I did a sundown fast today (no food until dinnertime—except tea, because if you fall asleep while fasting then it doesn’t count and your boss fires you) and while praying, I asked God how our relationship could be better. Jesus says this is the most important aspect of our walk in John 15:5. He’s the vine, we’re the branches. Abide in him, we bear much fruit. Withdraw, not so much.
And you don’t need to have a bad relationship with God to ask this question, by the way. A good lover will look at his spouse and say, “Hey, how are we doing? Anything we can do to be closer?” God never gets tired of getting closer to you.
Anywho, the response I got from God, long story short, is a sense that I don’t delight in him enough. I don’t think about him very much in a normal day. I’m fine, so why bother, right? I pack “God” and “work” in two different mental boxes and wonder why my career is listless. And I don’t evangelize…well, ever. I’m too self-conscious.
The answer to all these things is delight. If you love something or someone, you can’t stop thinking or talking about them. You have no secrets, everybody around you knows who or what you love. Christianity is in part a duty, but it is meant to be wholly a delight, something you do because Jesus is just that amazing.
But how to get it? That’s the funny thing that happened.
I was writing out my thoughts because they tend to fly away into the ether. But as I wrote, as I prayed for God’s delight to permeate me…it did. Not after I asked, during the asking.
Here’s how I started writing. Brace yourself for some sappy stuff. “Jesus, teach me […] to drink deeply of your refreshing mountain spring water, breathe in your sweet mountain air, feel your hot tub bubbles all over me, listen to the crackling hearth of your voice and the sweet music of your soul.”
I don’t talk like that. Ever.
But those were the words flowing out of me amidst my prayer. I like mountains. And y’all, I love me a good hot tub. A crackling fire in a cozy room (usually filled with books) really is sweet music to my ears, and music itself? Don’t get me started! These are things my heart naturally loves. Through my prayer, God gave me the gift of associating those delights with Himself. God is the maker and sustainer of beauty. These natural delights? Who made them? Yep, God. These expressions of beauty and glory helped me understand the delight of God, to be overwhelmed with a hard-to-pin-down joy, and realizing that very joy comes from God.
But you’re not like me. You may not like mountains, and hot tubs may make your skin crawl. Okay, what beauty do you like? Maybe it’s rivers, how they laugh and run through a field. Maybe it’s the bark of a dog or the call of a bird or whatever you call that noise a cow makes. Perhaps it’s the absolute silence of a snow-packed morning. Or the opposite: the crack-pow of a majestic thunderstorm.
Perhaps your delight is more in manmade creations, and that’s fine! God gave us the capacity to create beauty, too. Maybe a skyscraper skyline at sunset, or heck, walk into an art museum. I’m sure you’ll find beauty there. Maybe it’s just the chatter of humanity itself, the buzzing of life on the streets or in a restaurant. Perhaps you find beauty in a moving movie, or a comedy special that makes you laugh until it hurts. And as I said before, music. Just music.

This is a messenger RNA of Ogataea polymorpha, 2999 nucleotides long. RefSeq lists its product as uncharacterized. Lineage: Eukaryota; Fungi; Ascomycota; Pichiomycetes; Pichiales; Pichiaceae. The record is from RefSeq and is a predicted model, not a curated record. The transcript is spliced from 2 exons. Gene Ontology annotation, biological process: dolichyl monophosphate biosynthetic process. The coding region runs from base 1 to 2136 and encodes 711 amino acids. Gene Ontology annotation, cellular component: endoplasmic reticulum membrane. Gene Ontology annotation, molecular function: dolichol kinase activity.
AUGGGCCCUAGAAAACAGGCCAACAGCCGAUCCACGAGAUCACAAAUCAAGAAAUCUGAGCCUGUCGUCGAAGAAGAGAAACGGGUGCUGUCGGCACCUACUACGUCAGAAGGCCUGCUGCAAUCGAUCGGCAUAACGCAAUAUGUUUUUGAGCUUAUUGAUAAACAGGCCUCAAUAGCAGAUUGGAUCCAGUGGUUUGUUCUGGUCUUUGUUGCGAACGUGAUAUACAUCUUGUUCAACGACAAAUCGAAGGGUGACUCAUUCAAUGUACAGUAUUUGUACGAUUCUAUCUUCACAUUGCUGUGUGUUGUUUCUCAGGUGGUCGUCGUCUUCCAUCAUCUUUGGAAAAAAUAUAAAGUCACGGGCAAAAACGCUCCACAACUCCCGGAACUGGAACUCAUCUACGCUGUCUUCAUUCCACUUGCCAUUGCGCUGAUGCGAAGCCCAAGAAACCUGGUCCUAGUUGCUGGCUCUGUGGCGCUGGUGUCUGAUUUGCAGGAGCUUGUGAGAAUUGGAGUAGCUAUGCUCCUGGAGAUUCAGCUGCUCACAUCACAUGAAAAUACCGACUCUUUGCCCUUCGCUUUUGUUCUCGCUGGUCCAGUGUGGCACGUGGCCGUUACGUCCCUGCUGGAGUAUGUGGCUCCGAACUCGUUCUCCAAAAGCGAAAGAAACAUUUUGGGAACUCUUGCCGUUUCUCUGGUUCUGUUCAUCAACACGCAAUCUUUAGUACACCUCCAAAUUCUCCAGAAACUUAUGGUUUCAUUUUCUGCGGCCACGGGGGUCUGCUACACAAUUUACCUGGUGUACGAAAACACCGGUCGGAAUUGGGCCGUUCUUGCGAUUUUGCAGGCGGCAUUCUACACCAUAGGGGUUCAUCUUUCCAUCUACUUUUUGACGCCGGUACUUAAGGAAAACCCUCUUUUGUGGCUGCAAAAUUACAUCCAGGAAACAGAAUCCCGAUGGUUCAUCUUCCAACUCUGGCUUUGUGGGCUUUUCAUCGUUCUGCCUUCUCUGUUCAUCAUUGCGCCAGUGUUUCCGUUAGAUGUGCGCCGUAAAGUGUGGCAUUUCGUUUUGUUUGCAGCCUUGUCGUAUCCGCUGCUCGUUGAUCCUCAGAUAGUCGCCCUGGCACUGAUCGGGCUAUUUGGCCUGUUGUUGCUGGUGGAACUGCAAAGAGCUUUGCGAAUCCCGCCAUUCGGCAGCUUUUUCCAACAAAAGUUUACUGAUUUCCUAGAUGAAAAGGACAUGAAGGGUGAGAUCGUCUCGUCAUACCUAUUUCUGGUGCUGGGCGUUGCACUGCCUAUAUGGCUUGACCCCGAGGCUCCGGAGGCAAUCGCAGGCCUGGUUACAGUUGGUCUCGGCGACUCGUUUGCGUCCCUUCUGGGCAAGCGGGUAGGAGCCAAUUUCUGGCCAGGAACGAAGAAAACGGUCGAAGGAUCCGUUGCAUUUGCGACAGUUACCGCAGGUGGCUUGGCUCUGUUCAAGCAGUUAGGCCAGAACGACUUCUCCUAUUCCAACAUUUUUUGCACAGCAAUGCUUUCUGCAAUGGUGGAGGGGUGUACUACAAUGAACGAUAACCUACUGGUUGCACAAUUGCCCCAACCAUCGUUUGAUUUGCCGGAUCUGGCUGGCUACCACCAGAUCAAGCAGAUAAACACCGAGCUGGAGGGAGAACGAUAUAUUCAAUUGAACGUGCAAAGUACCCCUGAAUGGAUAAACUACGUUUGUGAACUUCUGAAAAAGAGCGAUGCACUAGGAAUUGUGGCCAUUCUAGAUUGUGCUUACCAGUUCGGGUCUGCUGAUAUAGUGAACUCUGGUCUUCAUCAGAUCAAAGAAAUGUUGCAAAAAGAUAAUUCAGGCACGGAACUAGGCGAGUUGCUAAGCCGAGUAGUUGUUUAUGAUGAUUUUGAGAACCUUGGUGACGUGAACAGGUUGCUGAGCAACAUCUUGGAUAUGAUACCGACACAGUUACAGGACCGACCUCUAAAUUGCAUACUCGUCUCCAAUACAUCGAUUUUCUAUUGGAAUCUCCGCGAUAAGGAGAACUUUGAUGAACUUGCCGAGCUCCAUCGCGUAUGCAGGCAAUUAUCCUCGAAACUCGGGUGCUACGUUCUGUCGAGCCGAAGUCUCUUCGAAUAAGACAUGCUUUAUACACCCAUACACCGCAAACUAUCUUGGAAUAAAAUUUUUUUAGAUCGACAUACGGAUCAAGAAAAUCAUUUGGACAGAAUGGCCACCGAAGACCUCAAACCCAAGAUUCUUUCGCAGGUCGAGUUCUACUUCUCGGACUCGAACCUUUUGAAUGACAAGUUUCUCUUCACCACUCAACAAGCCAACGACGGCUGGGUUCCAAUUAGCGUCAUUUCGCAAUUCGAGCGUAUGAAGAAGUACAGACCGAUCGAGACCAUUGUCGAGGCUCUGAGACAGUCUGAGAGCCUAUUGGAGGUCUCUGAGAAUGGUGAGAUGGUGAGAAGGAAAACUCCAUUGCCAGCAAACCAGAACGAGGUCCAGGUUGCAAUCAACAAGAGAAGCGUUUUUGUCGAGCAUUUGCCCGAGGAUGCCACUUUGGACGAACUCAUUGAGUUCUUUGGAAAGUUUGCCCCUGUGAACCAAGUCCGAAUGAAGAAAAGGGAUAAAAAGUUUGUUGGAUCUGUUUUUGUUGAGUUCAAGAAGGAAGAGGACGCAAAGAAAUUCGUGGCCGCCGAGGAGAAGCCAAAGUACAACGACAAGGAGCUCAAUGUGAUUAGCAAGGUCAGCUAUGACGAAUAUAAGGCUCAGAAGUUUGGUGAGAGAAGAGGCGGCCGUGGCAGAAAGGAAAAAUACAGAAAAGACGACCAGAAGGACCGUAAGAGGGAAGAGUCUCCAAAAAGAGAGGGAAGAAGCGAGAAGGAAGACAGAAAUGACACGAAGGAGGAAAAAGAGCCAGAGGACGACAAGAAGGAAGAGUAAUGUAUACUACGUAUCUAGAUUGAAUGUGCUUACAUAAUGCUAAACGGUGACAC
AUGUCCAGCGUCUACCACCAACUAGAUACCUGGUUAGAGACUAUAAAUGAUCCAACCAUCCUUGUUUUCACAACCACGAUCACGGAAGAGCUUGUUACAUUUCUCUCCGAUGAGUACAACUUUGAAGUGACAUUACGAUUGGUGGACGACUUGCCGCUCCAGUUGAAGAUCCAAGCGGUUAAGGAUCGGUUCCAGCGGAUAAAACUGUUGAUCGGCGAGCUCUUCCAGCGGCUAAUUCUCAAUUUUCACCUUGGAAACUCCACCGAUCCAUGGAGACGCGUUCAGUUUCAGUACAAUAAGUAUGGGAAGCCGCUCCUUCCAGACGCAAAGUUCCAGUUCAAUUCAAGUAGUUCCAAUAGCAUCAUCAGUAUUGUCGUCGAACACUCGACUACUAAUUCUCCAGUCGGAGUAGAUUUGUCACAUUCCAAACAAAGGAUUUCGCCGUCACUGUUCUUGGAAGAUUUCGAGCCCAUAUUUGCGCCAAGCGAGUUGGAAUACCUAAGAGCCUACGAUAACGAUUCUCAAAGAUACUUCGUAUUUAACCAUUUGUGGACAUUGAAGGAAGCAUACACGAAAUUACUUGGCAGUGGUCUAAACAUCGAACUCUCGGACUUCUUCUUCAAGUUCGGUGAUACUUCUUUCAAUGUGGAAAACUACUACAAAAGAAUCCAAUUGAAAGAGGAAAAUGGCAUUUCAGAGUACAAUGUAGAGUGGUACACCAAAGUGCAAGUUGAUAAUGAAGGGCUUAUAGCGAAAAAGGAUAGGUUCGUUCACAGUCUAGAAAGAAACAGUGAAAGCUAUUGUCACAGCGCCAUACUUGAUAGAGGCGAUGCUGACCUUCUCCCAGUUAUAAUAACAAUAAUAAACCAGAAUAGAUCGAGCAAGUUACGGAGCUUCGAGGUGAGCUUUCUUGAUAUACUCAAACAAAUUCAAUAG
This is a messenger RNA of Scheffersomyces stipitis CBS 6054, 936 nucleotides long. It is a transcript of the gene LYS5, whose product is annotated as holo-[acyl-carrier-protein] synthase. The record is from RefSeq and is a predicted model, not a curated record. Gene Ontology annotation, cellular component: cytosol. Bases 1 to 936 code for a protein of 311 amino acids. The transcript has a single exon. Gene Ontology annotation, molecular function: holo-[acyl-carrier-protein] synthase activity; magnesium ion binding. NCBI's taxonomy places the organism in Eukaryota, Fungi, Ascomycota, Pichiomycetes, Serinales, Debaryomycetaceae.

Yes, this world is full of trouble and pain, but there’s plenty of delight to find, if you look for it. What stirs your soul? No, seriously, I’m asking! Now guess what! That very stirring? That’s the gift of God himself. It’s that moment when you go from delighting in the thing to delighting in the delight itself, joyful because of joy, and realizing God has given you this thing—now, and later in your memories.
Back to the writing…
As I kept writing, asking God for, “beauty and art and rest and purpose and love,” I realized my handwriting was getting worse and worse. I’d started with normal strokes, but by the end I was scribbling so feverishly that I honestly have a hard time reading it now! The very delight I was asking for was pouring over me.
I think sometimes we ask God for joy, then sit back, look around at our crappy world, and get frustrated when we don’t feel a generic high. I don’t think that’s how God works. God connects joy to your heart in specific ways. For example, we all adore love, but love speaks to us in different ways. I enjoy a trip together, my wife enjoys snuggles. Each of our hearts is formed in different shapes, and so requires different touches of love.
So, contrary to much bad Christian teaching, learning to delight in God isn’t merely looking at God until you disassociate from the world, but looking at your heart, too. It’s listing all the things that make your soul laugh, then realizing that all these delights, and the delight itself, is a gift God gave you simply for the pleasure of having it and knowing Him through it. We could have been a much more utilitarian race, doing our functions and clocking out at the end of our “shift.” But God gave us joy.
And when we draw on that God-given joy, we delight more in the one who gave it to us in the first place. That’s when our pens start to scribble illegibly, unable to contain the measure of gladness in our hearts. That’s when we sit down at a computer and write all this out instead of hiding it like we usually do. That’s when we forget what the world thinks of us and share our full hearts with it.
So go on. Sit down, ask God for the joy of his presence, and imagine him giving it to you in all the ways your thirsty soul craves. And when you feel that rush, that tickle, that grin, know it’s not just some random emotional memory, not just some vague hope, it’s the very real delight of God himself coursing through you in your own, God-crafted way.
And just enjoy Him for a bit.